NZTA is warning 10,000 drivers their warrant of fitness may be dodgy.
That's almost double the number already revealed, after warnings went out to 5500 vehicles from two suspended garages.
The new warnings include almost 3500 customers who got their warrants from Orient Motors in Glenfield, Auckland and 600 who got warrants from Te Aroha Automotive who need to get them rechecked.
The agency "is stepping up enforcement action for non-compliance across all regulatory areas for which it has responsibility", said Meredith Connell's Steve Haszard who took over managing road safety compliance last month after the New Zealand Transport Agency admitted failing to enforce the rules for years, and the government ordered a review into it.
Drivers can have their vehicles re-checked free of charge with a NZTA voucher.
The Transport Agency says action is being taken against 74 vehicle testing businesses or inspectors, and vehicle operators, including 13 immediate suspensions.
This follows the law firm Meredith Connell today completing its review of 150 of the most urgent, open files at the Transport Agency. Another 700 files are still being checked.
The public would notice further enforcement actions over the coming weeks, said NZTA.
Some of the names of those facing action have been withheld as legal action is underway.
One unnamed provider of driver licensing courses has had its right to do the work revoked. It's the only immediate revocation amid an unprecedented wave of action by the agency.
"In some instances the risk to land transport safety or public safety is such that a company or individual is immediately suspended" without having to go through warning steps, the agency said in a statement.
Four transport services have also been immediately suspended, all of them unnamed heavy vehicle drivers.
"There is a very narrow ability to suspend a transport service licence holder. It can only occur if the transport service does not hold a certificate of knowledge, law and practice," the agency said.
Another 45 transport services and two service providers have been hit with a proposal to revoke their right to operate.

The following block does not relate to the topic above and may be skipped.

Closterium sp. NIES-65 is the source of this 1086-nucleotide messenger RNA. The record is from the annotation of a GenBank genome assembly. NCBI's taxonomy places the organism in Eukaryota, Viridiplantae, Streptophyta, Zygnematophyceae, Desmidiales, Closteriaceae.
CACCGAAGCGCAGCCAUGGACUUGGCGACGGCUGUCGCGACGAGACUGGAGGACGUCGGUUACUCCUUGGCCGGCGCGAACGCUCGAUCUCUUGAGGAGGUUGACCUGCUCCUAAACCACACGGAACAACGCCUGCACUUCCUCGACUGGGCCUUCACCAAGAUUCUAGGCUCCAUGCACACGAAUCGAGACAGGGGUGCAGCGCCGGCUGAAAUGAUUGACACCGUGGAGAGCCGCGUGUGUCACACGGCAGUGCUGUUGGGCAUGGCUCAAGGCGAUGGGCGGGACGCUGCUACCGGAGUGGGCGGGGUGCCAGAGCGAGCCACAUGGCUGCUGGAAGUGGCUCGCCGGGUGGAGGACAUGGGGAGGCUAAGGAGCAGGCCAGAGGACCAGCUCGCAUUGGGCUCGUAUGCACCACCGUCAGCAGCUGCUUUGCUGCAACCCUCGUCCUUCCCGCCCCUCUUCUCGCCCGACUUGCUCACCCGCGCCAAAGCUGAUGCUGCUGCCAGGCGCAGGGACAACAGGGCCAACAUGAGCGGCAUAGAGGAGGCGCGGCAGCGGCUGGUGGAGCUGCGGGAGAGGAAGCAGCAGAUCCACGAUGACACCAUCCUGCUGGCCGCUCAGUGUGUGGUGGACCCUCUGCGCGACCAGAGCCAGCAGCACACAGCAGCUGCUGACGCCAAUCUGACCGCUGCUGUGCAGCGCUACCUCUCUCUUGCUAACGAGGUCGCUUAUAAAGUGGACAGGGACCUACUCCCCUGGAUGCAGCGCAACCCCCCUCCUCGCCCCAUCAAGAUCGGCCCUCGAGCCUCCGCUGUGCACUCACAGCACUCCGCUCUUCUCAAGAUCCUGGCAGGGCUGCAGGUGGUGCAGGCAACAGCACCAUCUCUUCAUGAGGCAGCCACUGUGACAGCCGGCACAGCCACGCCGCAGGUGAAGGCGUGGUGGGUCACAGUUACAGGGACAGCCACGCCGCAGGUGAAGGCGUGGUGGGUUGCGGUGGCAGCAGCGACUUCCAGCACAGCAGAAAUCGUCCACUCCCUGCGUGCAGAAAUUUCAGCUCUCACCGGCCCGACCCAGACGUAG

Nine warnings have also gone out - eight to transport services, which raised problems that now must be addressed.
The review of the 150 most urgent cases had revealed some "really concerning" behaviour by companies and individuals like the four truckies who have been suspended, said Mr Haszard .
Twenty truck companies are now on revocation notices of their licences and could be closed down. As the 20 companies had multiple trucks on the road, this was the priority, he said.
"So that's why we're moving as quickly as we can to get through the revocation process - some of those [truck company revocations] are coming in quite soon, like over the next week or two weeks."
Others, however, would not be sorted out before Christmas, he said.
"If there's a significant safety issue they won't be on the road but until such time that's determined and the process is followed that we have to follow, that's the position."
For three of the four suspended truck drivers "it was their traffic history, their convictions, which we said was ill-suited to them remaining in the industry and continuing to drive".
"And for one of the drivers it was a medical condition which we felt meant he should no longer be driving."
The Transport Agency had not taken compliance action over these driver and company failings before now, he said. But the nationwide investigation underway now had made "significant progress".
Of another 700 files facing Meredith Connell, it has looked at nearly a third of those and should have finished that in the next six to eight weeks.
It remained unclear what proportion of the almost 10,000 warrants of fitness subject to rechecks might actually be faulty, Mr Haszard said. But they had found that garages were failing to check brakes, seatbelts and steering systems.
Up to 2000 trucks had already had their certifications revoked, before Meredith Connell was even called in by the Transport Agency's board as an emergency measure in October.